Why England's Slow, Soothing National Sport Must be Preserved | Opinion

There is nothing quite as English as cricket. Soccer is the fast yet simple game my country nurtured and spread throughout the world. However, cricket, slow and complex, is our national sport.

The English domestic cricket league, known as the County Championship, has been fading from sight in the U.K. for decades. It is a competition steeped in history and tradition, but pitched against the marketing of modern sports, appears stuck in a previous era. Games last up to four days, are often shortened by rain and frequently end in a draw. Devotees revel in hushed admiration at the polite and subtle combat between bat and ball, the artistic majesty of shots by the batsmen and the pace, swing or spin of the bowler.

Play is slow and quiet but that is the point. You have to concentrate to appreciate the game. An "over" consists of six balls by the bowler, he may well spend five of them appearing to offer a run-scoring opportunity to the batsmen when he is actually laying a trap for his final delivery.

This pattern of play does not attract young fans nowadays. Typically, the modern sports spectator is hyped up on their way into the arena, suffers sensory overload during the game and exits through the gift shop at the final whistle where they can deposit any remaining cash. Our sports are transactional in every sense with the "experience" just a commodity sold to us through the lens of youth and hyperbole.

English county cricket resists these tropes, and for many of us, that is its strength. In 2020, I published a book on my life supporting the game. I followed my team throughout my 50th year, a time when, like many men, I'd lost my way personally and professionally. I drifted back to the habits of my younger days to try and find meaning once more. The game offered me quiet comfort from a world that had left me disenfranchised. What had started as an interest in my youth had turned into my lifelong passion. But now it was my sanctuary.

It seemed I was not alone. The previous December, I submitted a piece to the Wisden Almanac, the bible of cricket. Around 500-heartfelt words outlined my case for the sport's soothing nature. It did not get in. One reason maybe that a famous BBC broadcaster wrote a similar piece in that year's edition on how, after the death of his mother, he felt a calling to return to county cricket and found solace by watching this wonderful waste of time. A few months later, sports journalist Ian Ridley brought out an excellent memoir on how the game helped his grief following the passing of his wife.

Those of us who value slow, subtle yet meaningful sports are dwindling, and though the game's obituary has been written on many occasions, this year feels different. With media rights fees for international games starting to fall, domestic one-day formats deemed inadequate and participation rates dwindling, the English cricket authorities have gambled in a bid to carve out a different future.

Ollie Robinson of Kent plays the ball during the LV=Insurance County Championship match between Northamptonshire and Kent at The County Ground on April 08, 2021, in Northampton, England. David Rogers/Getty Images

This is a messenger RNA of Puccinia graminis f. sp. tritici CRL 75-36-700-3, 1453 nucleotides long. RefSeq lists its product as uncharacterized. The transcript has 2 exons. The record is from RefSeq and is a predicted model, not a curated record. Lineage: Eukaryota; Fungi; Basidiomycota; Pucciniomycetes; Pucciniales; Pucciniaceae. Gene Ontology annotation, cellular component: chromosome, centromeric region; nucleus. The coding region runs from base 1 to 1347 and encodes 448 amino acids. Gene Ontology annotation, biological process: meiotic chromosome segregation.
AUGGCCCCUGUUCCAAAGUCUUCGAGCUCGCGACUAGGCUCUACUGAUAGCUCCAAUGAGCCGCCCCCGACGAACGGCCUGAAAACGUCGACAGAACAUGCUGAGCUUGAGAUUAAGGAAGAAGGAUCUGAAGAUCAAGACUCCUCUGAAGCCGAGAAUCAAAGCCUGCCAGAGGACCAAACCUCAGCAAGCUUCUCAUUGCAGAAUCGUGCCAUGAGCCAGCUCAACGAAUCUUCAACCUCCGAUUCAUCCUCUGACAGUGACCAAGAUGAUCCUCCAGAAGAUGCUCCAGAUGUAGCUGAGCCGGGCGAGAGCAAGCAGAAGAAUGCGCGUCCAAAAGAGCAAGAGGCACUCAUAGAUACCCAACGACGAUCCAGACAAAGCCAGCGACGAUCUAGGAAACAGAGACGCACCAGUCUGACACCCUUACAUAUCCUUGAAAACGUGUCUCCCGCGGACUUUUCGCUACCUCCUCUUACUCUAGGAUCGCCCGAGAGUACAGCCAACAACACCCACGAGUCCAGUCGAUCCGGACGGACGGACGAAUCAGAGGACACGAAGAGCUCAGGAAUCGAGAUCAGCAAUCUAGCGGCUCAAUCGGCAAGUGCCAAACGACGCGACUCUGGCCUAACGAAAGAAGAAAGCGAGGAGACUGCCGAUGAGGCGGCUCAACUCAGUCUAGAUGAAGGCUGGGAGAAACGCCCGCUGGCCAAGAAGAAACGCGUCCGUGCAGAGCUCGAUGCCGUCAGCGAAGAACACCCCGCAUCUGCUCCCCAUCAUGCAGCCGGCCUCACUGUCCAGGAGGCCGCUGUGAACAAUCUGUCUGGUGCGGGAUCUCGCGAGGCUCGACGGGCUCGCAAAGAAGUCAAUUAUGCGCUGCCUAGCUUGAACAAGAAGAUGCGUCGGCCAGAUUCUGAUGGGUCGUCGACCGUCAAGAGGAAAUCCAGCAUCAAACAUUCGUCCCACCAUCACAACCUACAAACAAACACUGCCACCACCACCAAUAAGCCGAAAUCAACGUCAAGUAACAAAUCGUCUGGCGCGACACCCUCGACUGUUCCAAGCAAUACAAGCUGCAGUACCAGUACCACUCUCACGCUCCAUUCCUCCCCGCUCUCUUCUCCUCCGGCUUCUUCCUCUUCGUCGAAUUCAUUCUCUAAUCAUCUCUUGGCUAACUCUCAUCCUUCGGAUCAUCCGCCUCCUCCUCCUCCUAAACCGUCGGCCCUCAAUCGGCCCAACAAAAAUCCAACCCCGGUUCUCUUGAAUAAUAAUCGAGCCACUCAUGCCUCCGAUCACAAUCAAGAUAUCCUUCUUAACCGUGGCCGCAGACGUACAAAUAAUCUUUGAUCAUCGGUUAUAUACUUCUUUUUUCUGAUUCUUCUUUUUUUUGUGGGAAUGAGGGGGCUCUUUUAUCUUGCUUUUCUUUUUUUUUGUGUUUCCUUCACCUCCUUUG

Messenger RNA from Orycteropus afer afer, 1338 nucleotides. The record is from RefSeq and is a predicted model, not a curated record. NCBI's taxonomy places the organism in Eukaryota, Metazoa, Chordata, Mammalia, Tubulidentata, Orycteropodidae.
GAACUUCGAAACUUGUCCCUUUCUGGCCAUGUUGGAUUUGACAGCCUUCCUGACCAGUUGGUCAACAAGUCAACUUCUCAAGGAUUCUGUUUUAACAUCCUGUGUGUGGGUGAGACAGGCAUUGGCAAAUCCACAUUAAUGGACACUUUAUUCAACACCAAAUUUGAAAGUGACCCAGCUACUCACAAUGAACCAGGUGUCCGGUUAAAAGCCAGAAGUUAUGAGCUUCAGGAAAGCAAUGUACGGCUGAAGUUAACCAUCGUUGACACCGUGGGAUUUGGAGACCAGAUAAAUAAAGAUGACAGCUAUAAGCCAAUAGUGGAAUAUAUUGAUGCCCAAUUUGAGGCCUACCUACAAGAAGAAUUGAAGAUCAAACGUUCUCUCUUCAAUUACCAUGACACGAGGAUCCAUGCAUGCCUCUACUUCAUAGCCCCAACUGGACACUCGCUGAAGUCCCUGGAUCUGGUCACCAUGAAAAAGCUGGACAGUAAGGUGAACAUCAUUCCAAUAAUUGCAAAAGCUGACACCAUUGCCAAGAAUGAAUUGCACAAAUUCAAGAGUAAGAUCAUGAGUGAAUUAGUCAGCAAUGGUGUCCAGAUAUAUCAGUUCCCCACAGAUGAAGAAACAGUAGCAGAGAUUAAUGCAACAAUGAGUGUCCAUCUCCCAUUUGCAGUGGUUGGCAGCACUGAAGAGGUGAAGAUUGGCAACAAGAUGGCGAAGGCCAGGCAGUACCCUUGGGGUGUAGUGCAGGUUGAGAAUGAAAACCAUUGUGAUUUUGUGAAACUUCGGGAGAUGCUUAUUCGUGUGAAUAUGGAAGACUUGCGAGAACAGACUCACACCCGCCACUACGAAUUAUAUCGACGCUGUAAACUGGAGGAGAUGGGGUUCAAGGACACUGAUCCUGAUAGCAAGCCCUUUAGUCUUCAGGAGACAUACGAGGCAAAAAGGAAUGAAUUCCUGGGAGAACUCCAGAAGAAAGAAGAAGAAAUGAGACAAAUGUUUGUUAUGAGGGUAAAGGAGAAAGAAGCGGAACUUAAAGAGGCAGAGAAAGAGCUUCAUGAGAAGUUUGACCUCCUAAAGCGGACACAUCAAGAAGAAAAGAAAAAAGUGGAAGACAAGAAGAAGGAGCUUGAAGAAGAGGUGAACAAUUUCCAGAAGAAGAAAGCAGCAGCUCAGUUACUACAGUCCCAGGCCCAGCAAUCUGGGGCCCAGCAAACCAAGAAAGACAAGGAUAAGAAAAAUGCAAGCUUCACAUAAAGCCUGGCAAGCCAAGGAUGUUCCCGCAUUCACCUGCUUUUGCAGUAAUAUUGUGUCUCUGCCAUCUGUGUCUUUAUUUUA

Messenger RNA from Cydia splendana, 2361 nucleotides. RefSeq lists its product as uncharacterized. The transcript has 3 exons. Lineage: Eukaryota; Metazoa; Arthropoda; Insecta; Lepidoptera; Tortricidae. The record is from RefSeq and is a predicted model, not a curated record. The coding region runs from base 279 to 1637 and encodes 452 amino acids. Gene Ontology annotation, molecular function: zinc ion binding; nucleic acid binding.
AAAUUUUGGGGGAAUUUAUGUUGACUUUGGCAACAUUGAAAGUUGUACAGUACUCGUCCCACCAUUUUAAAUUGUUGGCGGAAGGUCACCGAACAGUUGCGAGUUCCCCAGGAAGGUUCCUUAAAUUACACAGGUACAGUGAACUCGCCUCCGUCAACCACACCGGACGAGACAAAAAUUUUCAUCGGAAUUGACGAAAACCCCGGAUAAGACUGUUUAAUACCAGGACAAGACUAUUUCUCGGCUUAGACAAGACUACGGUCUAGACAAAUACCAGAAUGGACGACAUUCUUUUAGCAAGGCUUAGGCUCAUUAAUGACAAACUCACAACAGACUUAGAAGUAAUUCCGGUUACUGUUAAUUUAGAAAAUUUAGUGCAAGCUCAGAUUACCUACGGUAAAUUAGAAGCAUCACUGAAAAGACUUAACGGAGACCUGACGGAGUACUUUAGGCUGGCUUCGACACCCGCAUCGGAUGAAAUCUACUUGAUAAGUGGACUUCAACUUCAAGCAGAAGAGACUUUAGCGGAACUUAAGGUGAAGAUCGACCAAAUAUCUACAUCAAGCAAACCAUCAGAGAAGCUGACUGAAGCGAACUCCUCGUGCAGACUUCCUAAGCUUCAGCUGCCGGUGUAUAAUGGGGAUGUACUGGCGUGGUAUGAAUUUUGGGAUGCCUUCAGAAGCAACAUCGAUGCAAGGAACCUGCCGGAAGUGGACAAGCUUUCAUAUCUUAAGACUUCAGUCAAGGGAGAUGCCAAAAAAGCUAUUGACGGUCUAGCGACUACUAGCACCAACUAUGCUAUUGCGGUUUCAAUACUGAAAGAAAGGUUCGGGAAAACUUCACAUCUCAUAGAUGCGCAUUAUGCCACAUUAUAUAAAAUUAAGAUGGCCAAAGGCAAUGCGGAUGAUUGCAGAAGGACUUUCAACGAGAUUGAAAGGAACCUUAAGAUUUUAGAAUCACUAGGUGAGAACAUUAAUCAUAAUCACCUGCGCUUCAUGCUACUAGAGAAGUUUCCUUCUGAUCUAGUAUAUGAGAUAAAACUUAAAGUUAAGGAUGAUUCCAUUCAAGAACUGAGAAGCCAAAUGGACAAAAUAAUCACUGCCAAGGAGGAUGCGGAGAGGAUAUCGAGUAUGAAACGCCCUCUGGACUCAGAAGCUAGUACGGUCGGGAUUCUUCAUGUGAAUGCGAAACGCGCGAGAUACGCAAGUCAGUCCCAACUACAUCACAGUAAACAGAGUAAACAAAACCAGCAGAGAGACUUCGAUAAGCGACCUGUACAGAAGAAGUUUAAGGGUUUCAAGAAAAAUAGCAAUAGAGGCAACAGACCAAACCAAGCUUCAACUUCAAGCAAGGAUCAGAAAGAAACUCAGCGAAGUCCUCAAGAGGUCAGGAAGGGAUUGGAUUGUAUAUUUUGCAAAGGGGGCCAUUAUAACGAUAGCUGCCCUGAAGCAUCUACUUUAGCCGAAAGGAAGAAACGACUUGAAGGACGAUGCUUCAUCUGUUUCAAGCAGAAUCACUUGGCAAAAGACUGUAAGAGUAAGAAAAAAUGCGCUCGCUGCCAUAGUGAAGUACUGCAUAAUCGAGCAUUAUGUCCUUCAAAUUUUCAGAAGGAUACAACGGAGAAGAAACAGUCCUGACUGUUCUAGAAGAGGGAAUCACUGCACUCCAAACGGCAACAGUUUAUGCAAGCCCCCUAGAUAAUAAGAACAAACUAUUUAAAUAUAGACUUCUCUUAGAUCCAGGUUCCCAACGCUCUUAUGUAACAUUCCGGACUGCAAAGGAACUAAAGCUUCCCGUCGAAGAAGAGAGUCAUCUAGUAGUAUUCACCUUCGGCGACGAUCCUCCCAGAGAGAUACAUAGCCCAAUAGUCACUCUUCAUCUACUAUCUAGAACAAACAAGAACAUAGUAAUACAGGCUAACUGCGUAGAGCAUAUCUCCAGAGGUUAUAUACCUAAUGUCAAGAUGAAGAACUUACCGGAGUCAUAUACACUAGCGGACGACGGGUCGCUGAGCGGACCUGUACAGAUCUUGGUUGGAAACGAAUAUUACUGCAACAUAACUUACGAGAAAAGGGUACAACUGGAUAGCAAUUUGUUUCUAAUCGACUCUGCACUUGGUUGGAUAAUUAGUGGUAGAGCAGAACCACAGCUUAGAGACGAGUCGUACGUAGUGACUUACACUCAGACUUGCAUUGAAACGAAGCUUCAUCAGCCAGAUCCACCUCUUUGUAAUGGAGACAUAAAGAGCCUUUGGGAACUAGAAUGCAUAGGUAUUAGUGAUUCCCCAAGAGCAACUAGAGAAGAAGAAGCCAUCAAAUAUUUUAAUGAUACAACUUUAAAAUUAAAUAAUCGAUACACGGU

They are introducing The Hundred, a brash new format that will only be contested by eight city-based franchises and played in less than three hours. Its introduction was postponed last year, despite the disruption of the pandemic, it will begin this August. For the first time in almost 150 years, the traditional counties will not be the focus of the domestic cricketing summer and their competitions have been shunted to unpopular ends of the calendar.

This would be akin to the national governing body of American football making the Dallas Cowboys play in the summer because a franchise from their newly-introduced XFL competition was now taking precedence in Texas.

Many county cricket fans feel "their game" and their teams will be eventually squeezed out of existence by the new competition. Some even suggest that is precisely the plan. There is definitely curmudgeonly resistance from existing fans not open to change. But on the flipside, this pandemic has surely shown us that not everything valuable is visible on a balance sheet and society must stop its willful blindness to the needs of older people.

Ironically, county cricket is well prepared for the unshackling of England after lockdown. Most of its avid fans were old enough to be at the front of the queue for the vaccine and the sparse crowds are naturally social-distanced.

The season started on April 8, and a couple of months later, I hope to sit in contented silence among a couple of thousand middle-aged spectators at Essex County Cricket Club and savor the subtle slowness of it all once again.

It will demonstrate that, while most senses are blunted by age, one's understanding of what is really important only becomes sharper as the years go by.

Richard Clarke is a consultant in sports content, digital and social media. He is also a sports writer, columnist for The Cricket Paper in the U.K. and in 2020, published his first book, Last-Wicket Stand: Searching for Redemption, Revival and a Reason to Persevere in English County Cricket. His Twitter is @MrRichardClarke.

The views expressed in this article are the writer's own.